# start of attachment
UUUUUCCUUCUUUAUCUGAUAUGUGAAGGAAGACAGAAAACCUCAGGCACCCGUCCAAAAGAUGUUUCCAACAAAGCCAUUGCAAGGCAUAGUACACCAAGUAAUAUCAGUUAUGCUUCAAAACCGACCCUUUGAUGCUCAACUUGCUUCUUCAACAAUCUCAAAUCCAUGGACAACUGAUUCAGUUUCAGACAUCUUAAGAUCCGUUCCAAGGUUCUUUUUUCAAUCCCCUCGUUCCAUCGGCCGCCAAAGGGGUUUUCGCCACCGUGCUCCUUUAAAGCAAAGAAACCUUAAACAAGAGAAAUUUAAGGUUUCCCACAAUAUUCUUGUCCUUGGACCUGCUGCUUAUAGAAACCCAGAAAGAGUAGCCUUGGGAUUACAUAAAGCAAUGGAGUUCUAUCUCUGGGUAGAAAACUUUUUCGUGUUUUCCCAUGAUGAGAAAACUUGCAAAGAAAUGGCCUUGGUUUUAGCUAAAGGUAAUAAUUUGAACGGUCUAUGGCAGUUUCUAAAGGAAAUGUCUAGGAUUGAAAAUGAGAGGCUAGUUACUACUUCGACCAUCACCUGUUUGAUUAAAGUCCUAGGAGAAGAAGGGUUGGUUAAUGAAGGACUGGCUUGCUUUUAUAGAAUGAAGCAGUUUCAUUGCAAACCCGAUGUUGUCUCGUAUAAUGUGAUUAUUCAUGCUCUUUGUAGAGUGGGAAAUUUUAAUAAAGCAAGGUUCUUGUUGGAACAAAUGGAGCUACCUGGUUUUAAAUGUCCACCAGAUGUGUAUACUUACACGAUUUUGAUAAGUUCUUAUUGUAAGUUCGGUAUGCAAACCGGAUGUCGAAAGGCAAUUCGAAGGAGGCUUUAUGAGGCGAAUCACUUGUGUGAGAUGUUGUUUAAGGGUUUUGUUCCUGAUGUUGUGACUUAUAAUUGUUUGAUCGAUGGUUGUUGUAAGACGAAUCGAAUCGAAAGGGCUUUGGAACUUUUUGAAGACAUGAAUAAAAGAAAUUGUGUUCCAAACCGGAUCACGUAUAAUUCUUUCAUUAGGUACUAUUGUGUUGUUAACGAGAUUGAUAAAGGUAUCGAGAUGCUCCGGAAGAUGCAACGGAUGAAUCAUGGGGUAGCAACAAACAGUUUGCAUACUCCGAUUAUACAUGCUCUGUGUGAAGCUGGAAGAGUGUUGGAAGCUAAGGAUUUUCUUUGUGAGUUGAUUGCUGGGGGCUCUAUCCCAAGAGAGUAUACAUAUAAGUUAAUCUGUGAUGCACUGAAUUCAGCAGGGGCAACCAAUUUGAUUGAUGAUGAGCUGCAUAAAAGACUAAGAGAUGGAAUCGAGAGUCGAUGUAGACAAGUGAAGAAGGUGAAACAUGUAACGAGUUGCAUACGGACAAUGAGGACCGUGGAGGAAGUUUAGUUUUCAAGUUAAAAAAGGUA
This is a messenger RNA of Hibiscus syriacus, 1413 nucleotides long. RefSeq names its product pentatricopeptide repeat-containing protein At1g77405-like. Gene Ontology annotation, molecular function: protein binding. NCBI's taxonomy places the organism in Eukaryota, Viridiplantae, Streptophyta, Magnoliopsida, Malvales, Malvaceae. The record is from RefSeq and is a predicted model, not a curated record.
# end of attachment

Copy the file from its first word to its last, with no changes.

UUUUUCCUUCUUUAUCUGAUAUGUGAAGGAAGACAGAAAACCUCAGGCACCCGUCCAAAAGAUGUUUCCAACAAAGCCAUUGCAAGGCAUAGUACACCAAGUAAUAUCAGUUAUGCUUCAAAACCGACCCUUUGAUGCUCAACUUGCUUCUUCAACAAUCUCAAAUCCAUGGACAACUGAUUCAGUUUCAGACAUCUUAAGAUCCGUUCCAAGGUUCUUUUUUCAAUCCCCUCGUUCCAUCGGCCGCCAAAGGGGUUUUCGCCACCGUGCUCCUUUAAAGCAAAGAAACCUUAAACAAGAGAAAUUUAAGGUUUCCCACAAUAUUCUUGUCCUUGGACCUGCUGCUUAUAGAAACCCAGAAAGAGUAGCCUUGGGAUUACAUAAAGCAAUGGAGUUCUAUCUCUGGGUAGAAAACUUUUUCGUGUUUUCCCAUGAUGAGAAAACUUGCAAAGAAAUGGCCUUGGUUUUAGCUAAAGGUAAUAAUUUGAACGGUCUAUGGCAGUUUCUAAAGGAAAUGUCUAGGAUUGAAAAUGAGAGGCUAGUUACUACUUCGACCAUCACCUGUUUGAUUAAAGUCCUAGGAGAAGAAGGGUUGGUUAAUGAAGGACUGGCUUGCUUUUAUAGAAUGAAGCAGUUUCAUUGCAAACCCGAUGUUGUCUCGUAUAAUGUGAUUAUUCAUGCUCUUUGUAGAGUGGGAAAUUUUAAUAAAGCAAGGUUCUUGUUGGAACAAAUGGAGCUACCUGGUUUUAAAUGUCCACCAGAUGUGUAUACUUACACGAUUUUGAUAAGUUCUUAUUGUAAGUUCGGUAUGCAAACCGGAUGUCGAAAGGCAAUUCGAAGGAGGCUUUAUGAGGCGAAUCACUUGUGUGAGAUGUUGUUUAAGGGUUUUGUUCCUGAUGUUGUGACUUAUAAUUGUUUGAUCGAUGGUUGUUGUAAGACGAAUCGAAUCGAAAGGGCUUUGGAACUUUUUGAAGACAUGAAUAAAAGAAAUUGUGUUCCAAACCGGAUCACGUAUAAUUCUUUCAUUAGGUACUAUUGUGUUGUUAACGAGAUUGAUAAAGGUAUCGAGAUGCUCCGGAAGAUGCAACGGAUGAAUCAUGGGGUAGCAACAAACAGUUUGCAUACUCCGAUUAUACAUGCUCUGUGUGAAGCUGGAAGAGUGUUGGAAGCUAAGGAUUUUCUUUGUGAGUUGAUUGCUGGGGGCUCUAUCCCAAGAGAGUAUACAUAUAAGUUAAUCUGUGAUGCACUGAAUUCAGCAGGGGCAACCAAUUUGAUUGAUGAUGAGCUGCAUAAAAGACUAAGAGAUGGAAUCGAGAGUCGAUGUAGACAAGUGAAGAAGGUGAAACAUGUAACGAGUUGCAUACGGACAAUGAGGACCGUGGAGGAAGUUUAGUUUUCAAGUUAAAAAAGGUA
This is a messenger RNA of Hibiscus syriacus, 1413 nucleotides long. RefSeq names its product pentatricopeptide repeat-containing protein At1g77405-like. Gene Ontology annotation, molecular function: protein binding. NCBI's taxonomy places the organism in Eukaryota, Viridiplantae, Streptophyta, Magnoliopsida, Malvales, Malvaceae. The record is from RefSeq and is a predicted model, not a curated record.